Teenagers see and understand more than we think. Even as they advance through high school, navigating the social landscape and experiencing so much personal change, students develop a world view.
More than ever, it’s easy to see their sense of charity, community, and kindness. Rarely does a day pass without students in our community promoting a service project to peers. It seems someone’s always asking for help to help someone else.
Today, the Lemon Food Drive -- named for a former teacher – offers a prime example. Never in its more than 25 years has this project attracted so much support at . A possible explanation: Kids today have grown up during a time of need and see how families struggle.
“It seems a lot of people are not doing well,” said Shepard student Mike Scaccia.
“The food drive is very time consuming but extremely beneficial to me. It gives me the chance to help others in need at their weakest times,” said Jackie Murphy.
Whether it’s the tradition or the economic times, there’s something about this project that has inspired students and teachers. And it’s never been more evident: Last year, the Lemon Drive set a new record with nearly 10,000 donations.
Those who work the drive discover – or, in most cases, reaffirm – that giving provides its own reward. Requesting and sorting donations, contacting needy families, delivering food, and helping families who pick up food stir a student’s mind.
“We are used to living in the middle and upper class. Then we see the way some of those families are living and it breaks your heart,” said Kendal Wigboldy.
“It makes you realize how lucky you are and view what you have in a different way,” said Kathleen Schofield.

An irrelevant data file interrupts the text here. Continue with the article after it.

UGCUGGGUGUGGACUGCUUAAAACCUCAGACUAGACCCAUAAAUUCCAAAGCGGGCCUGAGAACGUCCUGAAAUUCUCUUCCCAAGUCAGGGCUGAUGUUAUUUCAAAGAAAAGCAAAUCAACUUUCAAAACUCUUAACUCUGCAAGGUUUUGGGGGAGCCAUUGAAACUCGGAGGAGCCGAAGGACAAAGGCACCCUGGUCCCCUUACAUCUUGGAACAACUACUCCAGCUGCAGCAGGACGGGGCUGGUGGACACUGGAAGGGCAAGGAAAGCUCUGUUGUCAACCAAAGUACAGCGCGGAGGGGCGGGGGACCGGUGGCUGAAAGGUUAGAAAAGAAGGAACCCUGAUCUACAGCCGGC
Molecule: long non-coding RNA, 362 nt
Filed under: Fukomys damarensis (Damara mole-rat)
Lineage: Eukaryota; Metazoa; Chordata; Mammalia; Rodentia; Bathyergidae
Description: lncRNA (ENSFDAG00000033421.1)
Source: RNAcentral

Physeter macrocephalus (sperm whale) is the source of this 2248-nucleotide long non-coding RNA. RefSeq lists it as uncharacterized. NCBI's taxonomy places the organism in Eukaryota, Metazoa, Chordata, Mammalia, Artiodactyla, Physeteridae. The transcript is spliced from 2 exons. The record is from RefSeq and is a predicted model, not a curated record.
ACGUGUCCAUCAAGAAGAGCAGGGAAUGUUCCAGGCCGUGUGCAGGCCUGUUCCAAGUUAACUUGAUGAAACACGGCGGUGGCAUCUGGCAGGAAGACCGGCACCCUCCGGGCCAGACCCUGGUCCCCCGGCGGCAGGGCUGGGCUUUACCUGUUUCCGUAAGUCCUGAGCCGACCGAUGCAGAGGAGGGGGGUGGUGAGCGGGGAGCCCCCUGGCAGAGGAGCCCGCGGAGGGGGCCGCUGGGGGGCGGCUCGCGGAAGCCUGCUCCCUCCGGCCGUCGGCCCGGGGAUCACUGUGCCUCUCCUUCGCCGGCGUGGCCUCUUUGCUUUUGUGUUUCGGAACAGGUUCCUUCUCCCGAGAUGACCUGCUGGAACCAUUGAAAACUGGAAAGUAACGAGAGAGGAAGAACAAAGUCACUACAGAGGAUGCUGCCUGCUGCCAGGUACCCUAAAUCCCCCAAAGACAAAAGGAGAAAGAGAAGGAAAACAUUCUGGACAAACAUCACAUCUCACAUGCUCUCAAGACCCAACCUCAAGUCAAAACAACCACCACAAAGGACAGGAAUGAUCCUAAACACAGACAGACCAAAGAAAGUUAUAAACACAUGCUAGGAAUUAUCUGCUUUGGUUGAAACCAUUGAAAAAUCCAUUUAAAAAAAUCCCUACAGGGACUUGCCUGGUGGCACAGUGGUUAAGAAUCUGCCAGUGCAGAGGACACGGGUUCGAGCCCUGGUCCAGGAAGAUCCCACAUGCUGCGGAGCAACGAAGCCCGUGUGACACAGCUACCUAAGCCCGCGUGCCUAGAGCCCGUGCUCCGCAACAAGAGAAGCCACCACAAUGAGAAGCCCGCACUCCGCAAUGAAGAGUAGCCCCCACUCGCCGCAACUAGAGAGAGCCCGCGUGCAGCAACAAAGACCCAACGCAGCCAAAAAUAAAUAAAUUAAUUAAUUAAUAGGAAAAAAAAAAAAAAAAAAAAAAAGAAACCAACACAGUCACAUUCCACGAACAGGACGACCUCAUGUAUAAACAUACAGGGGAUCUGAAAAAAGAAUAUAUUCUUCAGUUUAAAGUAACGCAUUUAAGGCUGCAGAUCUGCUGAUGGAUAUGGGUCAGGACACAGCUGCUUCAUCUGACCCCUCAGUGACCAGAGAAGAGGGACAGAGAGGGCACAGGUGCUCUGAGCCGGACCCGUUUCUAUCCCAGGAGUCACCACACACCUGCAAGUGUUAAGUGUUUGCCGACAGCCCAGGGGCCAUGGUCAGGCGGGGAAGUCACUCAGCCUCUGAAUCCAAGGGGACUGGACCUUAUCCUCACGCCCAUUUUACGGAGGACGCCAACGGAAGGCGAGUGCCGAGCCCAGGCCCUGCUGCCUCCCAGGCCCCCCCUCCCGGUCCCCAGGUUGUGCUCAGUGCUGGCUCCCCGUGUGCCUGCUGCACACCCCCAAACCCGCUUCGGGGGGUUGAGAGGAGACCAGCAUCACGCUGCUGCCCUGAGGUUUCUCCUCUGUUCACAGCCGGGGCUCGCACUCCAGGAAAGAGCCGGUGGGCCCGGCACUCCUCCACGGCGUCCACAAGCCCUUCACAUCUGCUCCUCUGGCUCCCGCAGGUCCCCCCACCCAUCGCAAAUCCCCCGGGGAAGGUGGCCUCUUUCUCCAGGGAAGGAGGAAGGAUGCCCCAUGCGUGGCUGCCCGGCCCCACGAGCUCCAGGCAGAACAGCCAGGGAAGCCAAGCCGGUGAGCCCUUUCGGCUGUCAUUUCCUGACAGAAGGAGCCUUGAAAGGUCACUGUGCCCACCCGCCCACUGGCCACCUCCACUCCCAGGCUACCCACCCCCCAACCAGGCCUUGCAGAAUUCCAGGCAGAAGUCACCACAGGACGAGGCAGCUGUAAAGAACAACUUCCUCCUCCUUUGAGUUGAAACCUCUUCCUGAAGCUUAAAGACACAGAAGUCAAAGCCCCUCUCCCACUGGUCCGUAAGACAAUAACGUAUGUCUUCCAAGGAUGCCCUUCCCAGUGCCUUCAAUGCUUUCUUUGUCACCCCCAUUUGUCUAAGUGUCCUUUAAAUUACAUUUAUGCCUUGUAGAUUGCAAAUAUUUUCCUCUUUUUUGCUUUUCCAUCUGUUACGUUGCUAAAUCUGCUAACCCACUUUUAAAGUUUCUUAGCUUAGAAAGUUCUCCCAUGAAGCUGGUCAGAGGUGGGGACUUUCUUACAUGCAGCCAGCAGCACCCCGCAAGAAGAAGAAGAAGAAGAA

“It’s a truly life changing experience. We suggest everyone help out if they can,” added Shannen Hitzeman.
Students who experience volunteering tend to make it a habit. Asking teenagers who choose to participate invariably draws the same response. When they contribute once, they usually return next year.
“I always have enjoyed these types of community service projects. I did it in grammar school and want to continue it here,” said Scaccia.
“I’ve done it the past two years and it has been really humbling,” said Nick Lippe. “I like going to people’s houses and helping them out. I like giving back.”
And like other growth opportunities, the process of working a food drive motivates teenagers to participate in similar works after high school.
“The food drive helps people like me find out that they are capable of helping out, even if it doesn’t seem like all that much,” Murphy said.
“It’s something you can’t just stop doing. You do community service like this because you want to help,” Scaccia said.
Speaking for Hitzeman and Schofield, Wigboldy stressed “we all look forward to helping out and giving back to the community whenever possible.”
Want to help? You can drop non-perishable food items or money at Shepard through Friday, November 18. Shepard’s located at 13049 S. Ridgeland Avenue in Palos Heights.